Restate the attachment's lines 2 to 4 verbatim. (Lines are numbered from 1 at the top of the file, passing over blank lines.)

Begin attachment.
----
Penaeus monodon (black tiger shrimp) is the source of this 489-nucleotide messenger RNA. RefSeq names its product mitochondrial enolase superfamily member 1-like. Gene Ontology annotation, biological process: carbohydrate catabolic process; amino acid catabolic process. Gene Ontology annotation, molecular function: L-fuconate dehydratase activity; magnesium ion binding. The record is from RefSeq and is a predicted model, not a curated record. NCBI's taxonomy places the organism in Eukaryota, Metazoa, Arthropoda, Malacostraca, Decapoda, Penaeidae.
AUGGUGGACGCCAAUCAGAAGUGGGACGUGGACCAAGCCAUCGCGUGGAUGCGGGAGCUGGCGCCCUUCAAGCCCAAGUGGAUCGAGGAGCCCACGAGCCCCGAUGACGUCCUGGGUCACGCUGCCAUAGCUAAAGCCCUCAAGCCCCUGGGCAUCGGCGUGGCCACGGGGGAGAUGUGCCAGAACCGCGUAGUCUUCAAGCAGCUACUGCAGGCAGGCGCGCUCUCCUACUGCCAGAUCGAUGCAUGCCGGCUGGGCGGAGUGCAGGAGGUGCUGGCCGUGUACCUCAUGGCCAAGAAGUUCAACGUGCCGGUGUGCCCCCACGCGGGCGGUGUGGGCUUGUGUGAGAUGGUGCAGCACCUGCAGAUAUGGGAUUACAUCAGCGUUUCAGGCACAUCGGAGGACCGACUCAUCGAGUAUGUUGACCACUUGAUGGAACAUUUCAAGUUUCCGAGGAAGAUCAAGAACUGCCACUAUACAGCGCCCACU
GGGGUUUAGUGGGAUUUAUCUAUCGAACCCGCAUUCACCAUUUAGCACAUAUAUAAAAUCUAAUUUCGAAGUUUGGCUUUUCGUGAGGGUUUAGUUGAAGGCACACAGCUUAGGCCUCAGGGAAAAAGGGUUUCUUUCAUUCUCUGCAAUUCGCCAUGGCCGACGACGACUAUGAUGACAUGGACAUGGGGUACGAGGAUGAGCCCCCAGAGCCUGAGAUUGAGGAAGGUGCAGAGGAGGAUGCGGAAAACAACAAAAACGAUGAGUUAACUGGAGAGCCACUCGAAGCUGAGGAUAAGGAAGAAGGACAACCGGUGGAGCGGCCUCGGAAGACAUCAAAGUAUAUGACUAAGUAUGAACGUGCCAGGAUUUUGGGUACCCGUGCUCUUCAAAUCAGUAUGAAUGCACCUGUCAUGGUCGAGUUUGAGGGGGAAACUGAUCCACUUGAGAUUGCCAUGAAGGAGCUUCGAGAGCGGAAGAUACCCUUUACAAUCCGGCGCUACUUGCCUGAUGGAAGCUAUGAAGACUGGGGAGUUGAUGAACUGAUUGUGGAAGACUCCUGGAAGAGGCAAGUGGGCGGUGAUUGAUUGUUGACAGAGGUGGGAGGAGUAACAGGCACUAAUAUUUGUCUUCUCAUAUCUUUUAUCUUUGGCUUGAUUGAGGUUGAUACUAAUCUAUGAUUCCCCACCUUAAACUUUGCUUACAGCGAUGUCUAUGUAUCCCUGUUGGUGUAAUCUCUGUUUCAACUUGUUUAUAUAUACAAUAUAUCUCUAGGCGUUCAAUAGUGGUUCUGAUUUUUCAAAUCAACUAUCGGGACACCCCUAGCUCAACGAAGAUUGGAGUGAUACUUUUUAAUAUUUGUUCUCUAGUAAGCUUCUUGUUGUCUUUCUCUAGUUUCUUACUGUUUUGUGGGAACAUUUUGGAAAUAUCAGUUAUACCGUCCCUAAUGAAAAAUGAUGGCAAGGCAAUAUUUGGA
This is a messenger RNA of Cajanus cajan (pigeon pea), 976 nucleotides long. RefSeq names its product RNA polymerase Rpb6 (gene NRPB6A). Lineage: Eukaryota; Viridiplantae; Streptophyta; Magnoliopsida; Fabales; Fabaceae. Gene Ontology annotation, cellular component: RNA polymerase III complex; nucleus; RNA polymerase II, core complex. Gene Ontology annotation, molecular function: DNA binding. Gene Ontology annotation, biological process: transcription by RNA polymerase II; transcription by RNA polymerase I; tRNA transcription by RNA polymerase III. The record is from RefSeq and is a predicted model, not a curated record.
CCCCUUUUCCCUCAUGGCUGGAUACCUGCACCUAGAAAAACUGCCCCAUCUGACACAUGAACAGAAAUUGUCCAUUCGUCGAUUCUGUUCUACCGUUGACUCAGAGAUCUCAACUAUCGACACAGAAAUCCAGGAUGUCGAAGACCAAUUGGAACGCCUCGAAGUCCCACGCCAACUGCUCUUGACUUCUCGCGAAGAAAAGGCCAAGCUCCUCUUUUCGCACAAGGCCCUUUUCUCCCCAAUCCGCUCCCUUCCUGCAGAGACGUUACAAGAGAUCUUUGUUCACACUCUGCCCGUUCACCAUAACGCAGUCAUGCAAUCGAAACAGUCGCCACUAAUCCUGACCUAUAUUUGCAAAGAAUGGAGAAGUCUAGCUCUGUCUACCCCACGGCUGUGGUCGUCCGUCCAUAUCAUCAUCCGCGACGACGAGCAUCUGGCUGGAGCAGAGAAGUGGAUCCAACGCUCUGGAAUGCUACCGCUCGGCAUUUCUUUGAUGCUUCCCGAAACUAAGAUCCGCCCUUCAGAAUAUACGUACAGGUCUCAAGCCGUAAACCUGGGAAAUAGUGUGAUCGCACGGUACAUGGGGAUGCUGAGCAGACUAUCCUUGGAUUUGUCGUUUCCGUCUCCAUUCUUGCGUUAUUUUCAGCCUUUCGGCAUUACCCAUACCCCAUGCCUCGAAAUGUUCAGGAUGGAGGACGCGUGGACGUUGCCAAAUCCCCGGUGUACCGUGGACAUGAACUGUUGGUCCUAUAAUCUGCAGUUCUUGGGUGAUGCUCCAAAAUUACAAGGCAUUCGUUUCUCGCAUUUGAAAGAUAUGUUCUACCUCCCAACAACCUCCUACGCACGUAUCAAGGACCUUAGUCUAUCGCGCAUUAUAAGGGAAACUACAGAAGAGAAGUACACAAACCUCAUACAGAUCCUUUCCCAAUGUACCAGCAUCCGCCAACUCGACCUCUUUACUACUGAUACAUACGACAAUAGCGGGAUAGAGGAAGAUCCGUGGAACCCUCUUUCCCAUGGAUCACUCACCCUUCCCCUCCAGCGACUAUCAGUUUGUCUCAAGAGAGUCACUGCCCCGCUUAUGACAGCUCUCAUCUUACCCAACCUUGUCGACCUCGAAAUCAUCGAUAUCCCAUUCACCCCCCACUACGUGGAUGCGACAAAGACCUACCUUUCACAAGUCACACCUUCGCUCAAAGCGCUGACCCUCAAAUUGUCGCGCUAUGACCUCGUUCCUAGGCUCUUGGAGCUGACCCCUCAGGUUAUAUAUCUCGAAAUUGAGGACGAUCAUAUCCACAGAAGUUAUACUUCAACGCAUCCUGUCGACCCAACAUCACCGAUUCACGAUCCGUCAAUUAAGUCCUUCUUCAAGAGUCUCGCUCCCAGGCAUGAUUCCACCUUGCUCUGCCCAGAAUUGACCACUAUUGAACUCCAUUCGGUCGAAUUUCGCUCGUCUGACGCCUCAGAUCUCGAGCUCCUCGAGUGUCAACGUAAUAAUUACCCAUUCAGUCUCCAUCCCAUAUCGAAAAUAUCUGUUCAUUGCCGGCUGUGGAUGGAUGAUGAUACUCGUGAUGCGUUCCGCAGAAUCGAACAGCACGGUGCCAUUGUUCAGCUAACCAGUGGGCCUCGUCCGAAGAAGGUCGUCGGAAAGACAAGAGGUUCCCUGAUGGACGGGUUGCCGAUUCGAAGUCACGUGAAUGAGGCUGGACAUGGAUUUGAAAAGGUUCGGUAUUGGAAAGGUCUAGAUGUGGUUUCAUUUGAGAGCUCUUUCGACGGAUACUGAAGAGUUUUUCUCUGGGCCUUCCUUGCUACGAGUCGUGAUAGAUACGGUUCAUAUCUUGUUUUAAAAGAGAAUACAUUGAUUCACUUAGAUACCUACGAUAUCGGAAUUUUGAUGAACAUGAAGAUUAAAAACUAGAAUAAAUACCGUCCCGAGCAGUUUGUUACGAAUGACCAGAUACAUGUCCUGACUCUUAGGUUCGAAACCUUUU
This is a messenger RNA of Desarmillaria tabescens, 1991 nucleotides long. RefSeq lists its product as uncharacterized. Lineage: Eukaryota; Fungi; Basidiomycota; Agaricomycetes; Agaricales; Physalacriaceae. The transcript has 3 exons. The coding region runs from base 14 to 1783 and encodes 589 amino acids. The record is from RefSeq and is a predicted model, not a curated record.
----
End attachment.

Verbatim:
AUGGUGGACGCCAAUCAGAAGUGGGACGUGGACCAAGCCAUCGCGUGGAUGCGGGAGCUGGCGCCCUUCAAGCCCAAGUGGAUCGAGGAGCCCACGAGCCCCGAUGACGUCCUGGGUCACGCUGCCAUAGCUAAAGCCCUCAAGCCCCUGGGCAUCGGCGUGGCCACGGGGGAGAUGUGCCAGAACCGCGUAGUCUUCAAGCAGCUACUGCAGGCAGGCGCGCUCUCCUACUGCCAGAUCGAUGCAUGCCGGCUGGGCGGAGUGCAGGAGGUGCUGGCCGUGUACCUCAUGGCCAAGAAGUUCAACGUGCCGGUGUGCCCCCACGCGGGCGGUGUGGGCUUGUGUGAGAUGGUGCAGCACCUGCAGAUAUGGGAUUACAUCAGCGUUUCAGGCACAUCGGAGGACCGACUCAUCGAGUAUGUUGACCACUUGAUGGAACAUUUCAAGUUUCCGAGGAAGAUCAAGAACUGCCACUAUACAGCGCCCACU
GGGGUUUAGUGGGAUUUAUCUAUCGAACCCGCAUUCACCAUUUAGCACAUAUAUAAAAUCUAAUUUCGAAGUUUGGCUUUUCGUGAGGGUUUAGUUGAAGGCACACAGCUUAGGCCUCAGGGAAAAAGGGUUUCUUUCAUUCUCUGCAAUUCGCCAUGGCCGACGACGACUAUGAUGACAUGGACAUGGGGUACGAGGAUGAGCCCCCAGAGCCUGAGAUUGAGGAAGGUGCAGAGGAGGAUGCGGAAAACAACAAAAACGAUGAGUUAACUGGAGAGCCACUCGAAGCUGAGGAUAAGGAAGAAGGACAACCGGUGGAGCGGCCUCGGAAGACAUCAAAGUAUAUGACUAAGUAUGAACGUGCCAGGAUUUUGGGUACCCGUGCUCUUCAAAUCAGUAUGAAUGCACCUGUCAUGGUCGAGUUUGAGGGGGAAACUGAUCCACUUGAGAUUGCCAUGAAGGAGCUUCGAGAGCGGAAGAUACCCUUUACAAUCCGGCGCUACUUGCCUGAUGGAAGCUAUGAAGACUGGGGAGUUGAUGAACUGAUUGUGGAAGACUCCUGGAAGAGGCAAGUGGGCGGUGAUUGAUUGUUGACAGAGGUGGGAGGAGUAACAGGCACUAAUAUUUGUCUUCUCAUAUCUUUUAUCUUUGGCUUGAUUGAGGUUGAUACUAAUCUAUGAUUCCCCACCUUAAACUUUGCUUACAGCGAUGUCUAUGUAUCCCUGUUGGUGUAAUCUCUGUUUCAACUUGUUUAUAUAUACAAUAUAUCUCUAGGCGUUCAAUAGUGGUUCUGAUUUUUCAAAUCAACUAUCGGGACACCCCUAGCUCAACGAAGAUUGGAGUGAUACUUUUUAAUAUUUGUUCUCUAGUAAGCUUCUUGUUGUCUUUCUCUAGUUUCUUACUGUUUUGUGGGAACAUUUUGGAAAUAUCAGUUAUACCGUCCCUAAUGAAAAAUGAUGGCAAGGCAAUAUUUGGA
This is a messenger RNA of Cajanus cajan (pigeon pea), 976 nucleotides long. RefSeq names its product RNA polymerase Rpb6 (gene NRPB6A). Lineage: Eukaryota; Viridiplantae; Streptophyta; Magnoliopsida; Fabales; Fabaceae. Gene Ontology annotation, cellular component: RNA polymerase III complex; nucleus; RNA polymerase II, core complex. Gene Ontology annotation, molecular function: DNA binding. Gene Ontology annotation, biological process: transcription by RNA polymerase II; transcription by RNA polymerase I; tRNA transcription by RNA polymerase III. The record is from RefSeq and is a predicted model, not a curated record.